Accessibility links

Bhutto Says Coordinated International Efforts Needed to Counter Terrorism


Democracies, she said, must be established as an alternative to counter terrorism.

Washington, D.C., March 3, 2005 - Benazir Bhutto, the former Prime Minister of Pakistan, told the Voice of America (VOA) that coordinated international efforts are needed to eliminate terrorism.

"It is a fact that the elements of Al Qaida can regroup as the Taleban did after 2001 and start attacking inside Afghanistan," she said. "Freedom and democracy are their [Al Qaida's] enemies," she added, noting that democracies must be established as an alternative to counter terrorism.

The former Prime Minister made her comments during exclusive interviews in Urdu and English at the Voice of America Wednesday afternoon. Talking about Iran's nuclear ambitions in today's world, she said, "Pakistan is close to both the United States and Iran; it can informally play a role in clearing the misunderstandings and avert the war, as President Bush himself said that no decision has been made for war."

Ms. Bhutto told VOA that Pakistan had a nuclear capability when she came into office in 1988, but she stressed that the Pakistani government did not assemble the nuclear components until India set off several tests in 1998.

"When I became Prime Minister, I was told we had not put together the bomb. We had the components of the bomb," she said. "And although we had the components of a nuclear weapon, we took the conscious decision not to put together a nuclear weapon, which is why when India detonated it took us some time to put together the weapon and actually have our own tests." She said that Pakistan's nuclear program was developed in response to India's own nuclear ambition.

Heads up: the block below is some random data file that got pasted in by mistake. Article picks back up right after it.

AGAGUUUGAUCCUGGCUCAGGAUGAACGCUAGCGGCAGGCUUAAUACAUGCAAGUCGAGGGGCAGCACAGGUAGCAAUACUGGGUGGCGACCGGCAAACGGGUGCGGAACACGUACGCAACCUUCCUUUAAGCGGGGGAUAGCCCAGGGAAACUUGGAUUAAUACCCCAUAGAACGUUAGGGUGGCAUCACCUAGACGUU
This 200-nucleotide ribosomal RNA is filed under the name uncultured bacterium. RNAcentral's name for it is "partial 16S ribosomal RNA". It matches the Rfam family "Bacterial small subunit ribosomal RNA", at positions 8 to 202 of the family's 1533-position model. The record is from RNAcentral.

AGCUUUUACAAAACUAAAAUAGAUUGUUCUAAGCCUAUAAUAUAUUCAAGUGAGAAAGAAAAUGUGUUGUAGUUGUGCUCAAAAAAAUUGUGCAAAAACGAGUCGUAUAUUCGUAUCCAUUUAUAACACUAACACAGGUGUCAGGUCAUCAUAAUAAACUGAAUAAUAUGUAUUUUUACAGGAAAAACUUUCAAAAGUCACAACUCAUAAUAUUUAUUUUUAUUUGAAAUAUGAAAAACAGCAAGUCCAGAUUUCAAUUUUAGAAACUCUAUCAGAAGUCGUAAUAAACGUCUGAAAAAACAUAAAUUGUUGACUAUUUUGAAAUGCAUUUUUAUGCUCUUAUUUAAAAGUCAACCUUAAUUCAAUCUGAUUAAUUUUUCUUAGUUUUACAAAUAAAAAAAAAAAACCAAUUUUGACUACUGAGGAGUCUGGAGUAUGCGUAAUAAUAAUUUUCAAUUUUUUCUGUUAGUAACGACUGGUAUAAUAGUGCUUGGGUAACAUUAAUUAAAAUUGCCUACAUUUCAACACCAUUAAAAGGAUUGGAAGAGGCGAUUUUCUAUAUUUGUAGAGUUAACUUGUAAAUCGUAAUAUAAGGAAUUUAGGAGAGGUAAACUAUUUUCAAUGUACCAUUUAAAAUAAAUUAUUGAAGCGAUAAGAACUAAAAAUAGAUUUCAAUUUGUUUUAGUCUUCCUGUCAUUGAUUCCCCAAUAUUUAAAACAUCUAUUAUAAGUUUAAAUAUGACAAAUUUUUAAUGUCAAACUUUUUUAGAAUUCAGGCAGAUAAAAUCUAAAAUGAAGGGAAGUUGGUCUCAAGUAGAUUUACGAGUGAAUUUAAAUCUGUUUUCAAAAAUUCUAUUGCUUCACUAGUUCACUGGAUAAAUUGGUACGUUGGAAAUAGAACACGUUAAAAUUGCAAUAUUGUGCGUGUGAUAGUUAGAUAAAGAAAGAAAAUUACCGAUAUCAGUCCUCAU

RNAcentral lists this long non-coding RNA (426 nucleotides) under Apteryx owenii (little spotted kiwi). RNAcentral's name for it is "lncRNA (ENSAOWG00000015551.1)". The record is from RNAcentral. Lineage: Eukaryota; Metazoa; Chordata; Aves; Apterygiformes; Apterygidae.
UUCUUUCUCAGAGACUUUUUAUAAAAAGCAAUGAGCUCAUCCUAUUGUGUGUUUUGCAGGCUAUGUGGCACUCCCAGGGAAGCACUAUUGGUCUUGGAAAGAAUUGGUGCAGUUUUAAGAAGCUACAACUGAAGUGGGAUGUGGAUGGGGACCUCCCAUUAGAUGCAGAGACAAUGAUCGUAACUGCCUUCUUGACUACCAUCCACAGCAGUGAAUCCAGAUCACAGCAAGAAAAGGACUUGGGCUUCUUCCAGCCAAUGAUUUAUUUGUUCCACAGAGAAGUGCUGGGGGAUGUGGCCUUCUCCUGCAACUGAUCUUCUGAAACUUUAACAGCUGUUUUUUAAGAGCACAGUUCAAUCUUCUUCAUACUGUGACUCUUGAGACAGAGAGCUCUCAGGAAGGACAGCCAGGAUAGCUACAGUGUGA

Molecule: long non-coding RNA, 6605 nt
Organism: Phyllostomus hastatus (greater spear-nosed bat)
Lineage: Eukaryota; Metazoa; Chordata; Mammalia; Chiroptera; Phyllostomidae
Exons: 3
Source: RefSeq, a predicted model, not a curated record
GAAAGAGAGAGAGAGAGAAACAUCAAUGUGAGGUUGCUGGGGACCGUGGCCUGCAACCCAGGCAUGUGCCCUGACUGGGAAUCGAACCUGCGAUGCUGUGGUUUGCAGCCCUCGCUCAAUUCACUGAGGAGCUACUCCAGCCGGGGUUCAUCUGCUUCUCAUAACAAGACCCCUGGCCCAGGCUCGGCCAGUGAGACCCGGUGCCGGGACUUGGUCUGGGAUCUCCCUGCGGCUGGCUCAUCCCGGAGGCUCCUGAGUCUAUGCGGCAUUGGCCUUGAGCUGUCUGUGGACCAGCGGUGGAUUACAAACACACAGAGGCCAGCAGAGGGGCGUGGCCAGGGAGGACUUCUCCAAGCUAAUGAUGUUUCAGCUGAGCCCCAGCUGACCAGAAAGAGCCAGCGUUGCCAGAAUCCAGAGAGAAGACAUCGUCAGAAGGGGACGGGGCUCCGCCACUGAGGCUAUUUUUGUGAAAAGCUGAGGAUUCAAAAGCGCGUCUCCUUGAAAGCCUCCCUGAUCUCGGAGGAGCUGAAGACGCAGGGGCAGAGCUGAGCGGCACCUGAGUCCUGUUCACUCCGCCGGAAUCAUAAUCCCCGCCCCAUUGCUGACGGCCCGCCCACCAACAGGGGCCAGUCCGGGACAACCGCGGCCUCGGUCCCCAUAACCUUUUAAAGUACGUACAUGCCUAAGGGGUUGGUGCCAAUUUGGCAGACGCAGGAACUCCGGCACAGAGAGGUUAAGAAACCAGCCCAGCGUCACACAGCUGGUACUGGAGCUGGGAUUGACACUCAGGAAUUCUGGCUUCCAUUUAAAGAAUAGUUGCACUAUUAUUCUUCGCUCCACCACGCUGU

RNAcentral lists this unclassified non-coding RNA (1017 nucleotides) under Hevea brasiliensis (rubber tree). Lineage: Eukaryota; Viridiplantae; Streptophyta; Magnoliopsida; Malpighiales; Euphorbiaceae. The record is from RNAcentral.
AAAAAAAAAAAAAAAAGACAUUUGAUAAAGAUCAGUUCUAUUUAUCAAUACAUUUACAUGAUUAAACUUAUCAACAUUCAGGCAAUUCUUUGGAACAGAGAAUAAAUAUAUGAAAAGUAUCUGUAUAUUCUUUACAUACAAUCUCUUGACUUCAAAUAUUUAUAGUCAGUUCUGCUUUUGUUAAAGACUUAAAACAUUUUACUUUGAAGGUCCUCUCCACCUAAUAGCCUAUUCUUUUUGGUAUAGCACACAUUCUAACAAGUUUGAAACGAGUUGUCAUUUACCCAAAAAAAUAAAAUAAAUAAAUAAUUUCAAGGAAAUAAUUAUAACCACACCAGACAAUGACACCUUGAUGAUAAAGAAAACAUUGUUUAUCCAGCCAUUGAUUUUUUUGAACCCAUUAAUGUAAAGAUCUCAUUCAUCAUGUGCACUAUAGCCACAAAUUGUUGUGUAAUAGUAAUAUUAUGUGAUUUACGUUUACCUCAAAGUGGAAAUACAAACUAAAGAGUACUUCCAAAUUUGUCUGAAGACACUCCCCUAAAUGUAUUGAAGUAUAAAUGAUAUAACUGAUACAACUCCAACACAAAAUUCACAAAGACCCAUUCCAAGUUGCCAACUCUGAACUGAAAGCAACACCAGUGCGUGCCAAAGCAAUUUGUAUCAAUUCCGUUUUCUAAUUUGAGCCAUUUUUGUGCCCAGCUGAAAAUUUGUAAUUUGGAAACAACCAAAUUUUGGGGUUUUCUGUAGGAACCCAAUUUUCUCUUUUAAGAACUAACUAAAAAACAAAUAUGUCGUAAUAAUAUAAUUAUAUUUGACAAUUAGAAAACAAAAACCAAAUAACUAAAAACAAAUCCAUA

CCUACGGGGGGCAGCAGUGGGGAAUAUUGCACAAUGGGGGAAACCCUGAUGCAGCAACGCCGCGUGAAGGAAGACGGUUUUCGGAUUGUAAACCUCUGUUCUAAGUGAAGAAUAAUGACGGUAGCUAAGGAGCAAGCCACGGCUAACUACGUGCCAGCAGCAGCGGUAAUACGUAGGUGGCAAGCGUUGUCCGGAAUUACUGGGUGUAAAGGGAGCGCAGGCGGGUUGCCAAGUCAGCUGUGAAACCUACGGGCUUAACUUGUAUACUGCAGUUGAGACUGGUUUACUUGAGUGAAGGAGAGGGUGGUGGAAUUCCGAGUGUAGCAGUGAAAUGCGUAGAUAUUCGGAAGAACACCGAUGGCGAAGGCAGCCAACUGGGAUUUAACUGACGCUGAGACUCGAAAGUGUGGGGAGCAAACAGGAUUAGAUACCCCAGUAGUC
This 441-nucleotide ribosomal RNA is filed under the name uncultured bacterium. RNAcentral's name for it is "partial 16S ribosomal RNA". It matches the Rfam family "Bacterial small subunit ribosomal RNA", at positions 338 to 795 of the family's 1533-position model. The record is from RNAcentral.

VOA's Urdu-language service, Radio Aap ki Dunyaa, transmits 12 hours a day of news, information, and music to millions of Pakistanis and other Urdu speakers. The station is distributed on medium wave at 972 kHz. It also broadcasts three hours a day of news and information on shortwave; these three hours are archived on a daily basis, along with individual correspondent reports, interviews, and features, at www.voanews.com/urdu.

The Voice of America, which first went on the air in 1942, is a multimedia international broadcasting service funded by the U.S. government through the Broadcasting Board of Governors. VOA broadcasts more than 1,000 hours of news, information, educational, and cultural programming every week to an estimated worldwide audience of more than 100 million people. Programs are produced in 44 languages, including English and Urdu.

For more information, call the Office of Public Affairs at (202) 401-7000, or E-Mail publicaffairs@voa.gov.

XS
SM
MD
LG